How Was Iemitsu Made The New Shogun?

Ooku: The Inner Chambers then travels back in time to the time of the rule of the third shogun, Lady Iemitsu. When the second shogun of the region, a male, dies from the red-faced smallpox epidemic, the council of the shogunate is in dire need of placing someone on the throne of the shogun quickly. Lady Kasuga, initially a wet nurse and then a renowned political advisor, came up with the information that the shogun did indeed have an heir outside of wedlock. This heir happened to be Iemitsu, who had been told that her father lived away in some other province while she was growing up with her loving mother and grandmother. Marching to their house with all the shogunate guards, Kasuga treacherously ordered the mother and grandmother to be killed, while Iemitsu was dragged back to Edo Castle, where she was raised to be the next shogun. Despite initially having no interest in such affairs, Iemitsu was forcefully made to sit on the throne of the ruler, with the idea that she would be replaced by the first male child that she would have.

Iemitsu genuinely hated her time spent at the Edo Castle, and after some time, she attempted to escape the place on her own. Disguised as a page boy, Iemitsu made it out into the grounds of the castle when she was suddenly approached by a vile and lecherous man. Believing her to be a page boy, the man tried to force himself upon her and was even more astounded upon finding that she was actually a woman. Nobody outside the very trusted council was aware of the fact that the current shogun was a young woman, and the man overpowered Iemitsu and violated her. By the time Kasuga and her guards arrived at the scene, Iemitsu had gotten back in control and had killed her rapist, but not before she had been badly hurt. She then got pregnant because of the incident and even gave birth to a girl, but the baby did not live long. The trauma and sheer anger that this incident brought upon Iemitsu remained with her for many years. This was actually why she first began the rule later on: that the first concubine to sleep with a new shogun must be killed and beheaded. This was because the first concubine would give pleasure to the shogun for the first time, but then he would also violate her virginity. Therefore, this man was ruled to be punished and killed, just like the first man who violated Iemitsu’s purity.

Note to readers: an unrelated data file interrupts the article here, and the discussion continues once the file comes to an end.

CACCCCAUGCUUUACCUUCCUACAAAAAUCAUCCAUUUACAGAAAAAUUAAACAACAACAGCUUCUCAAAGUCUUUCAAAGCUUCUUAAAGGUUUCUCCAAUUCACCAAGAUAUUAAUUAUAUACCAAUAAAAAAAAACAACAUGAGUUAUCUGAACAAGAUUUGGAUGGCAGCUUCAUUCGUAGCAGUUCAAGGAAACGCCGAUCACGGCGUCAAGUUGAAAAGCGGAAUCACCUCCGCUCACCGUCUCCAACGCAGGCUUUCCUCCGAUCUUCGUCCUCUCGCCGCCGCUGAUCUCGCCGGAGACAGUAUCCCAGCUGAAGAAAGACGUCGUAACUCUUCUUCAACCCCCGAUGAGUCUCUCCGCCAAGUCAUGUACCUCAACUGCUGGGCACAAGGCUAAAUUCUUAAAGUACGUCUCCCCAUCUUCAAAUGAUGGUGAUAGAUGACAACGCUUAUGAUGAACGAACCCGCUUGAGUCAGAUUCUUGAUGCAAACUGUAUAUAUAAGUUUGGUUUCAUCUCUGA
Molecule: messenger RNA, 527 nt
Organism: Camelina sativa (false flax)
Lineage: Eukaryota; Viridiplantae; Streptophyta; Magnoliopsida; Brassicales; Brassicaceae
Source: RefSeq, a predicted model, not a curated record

Along with this incident, the painful memories of how she was dragged away from home while her closest family members were killed often haunted Iemitsu’s mind. She was truly a ruler who had no desire to rule over any kingdom but had to gradually accept her fate and try to find peace with it. It was not until Iemitsu met a particular monk sometime later that she started to have some desire for life.

Who Was Arikoto? How Did He Get Close To Iemitsu?

A young monk named Arikoto had been passing through the town of Edo along with his two trusted followers when they were stopped by Lady Kasuga. Although initially told to stop for some rest in the town, Arikoto was soon revealed as Kasuga’s plan. The woman had already been in search of a young, attractive man to be Iemitsu’s partner, and the charming Arikoto definitely seemed like a great candidate. Like the fierce manipulator that she was, Kasuga soon got Arikoto’s follower killed and managed to convince him to stay on at Edo Castle. More than anything else, Arikoto was sorry and regretful for the lives lost because of him, and the man still maintained the life of a monk under the teachings of the Buddha. Arikoto was also accompanied by another trusted follower of his, Gyokuei, who continued to live beside his teacher for the rest of their lives.

After some time, Arikoto was told about the duty he was expected to serve for the shogunate—to bed the young shogun Iemitsu. Despite initially resisting and wanting to keep his vow of celibacy intact, Arikoto finally agreed and reached Iemitsu’s chambers. The young woman was already a disturbed soul, though, and on one occasion, she furiously expressed her discontent at being kept at Edo Castle to Arikoto. In response, Arikoto also lost his calm and vented his frustration at being kept hostage at the place as well. But the generally cool-minded and understanding man later felt deeply sorry for having hurt Iemitsu in such a manner, for he had now learned about her sad past.

During an event organized by the shogun to ridicule her concubines, Arikoto approached Iemitsu gently and provided her support and warmth like nobody else had ever given her. This was enough to melt down Iemitsu’s rough exterior, and soon she found herself devotedly in love with Arikoto.

Why Could Arikoto And Iemitsu Not Remain Together?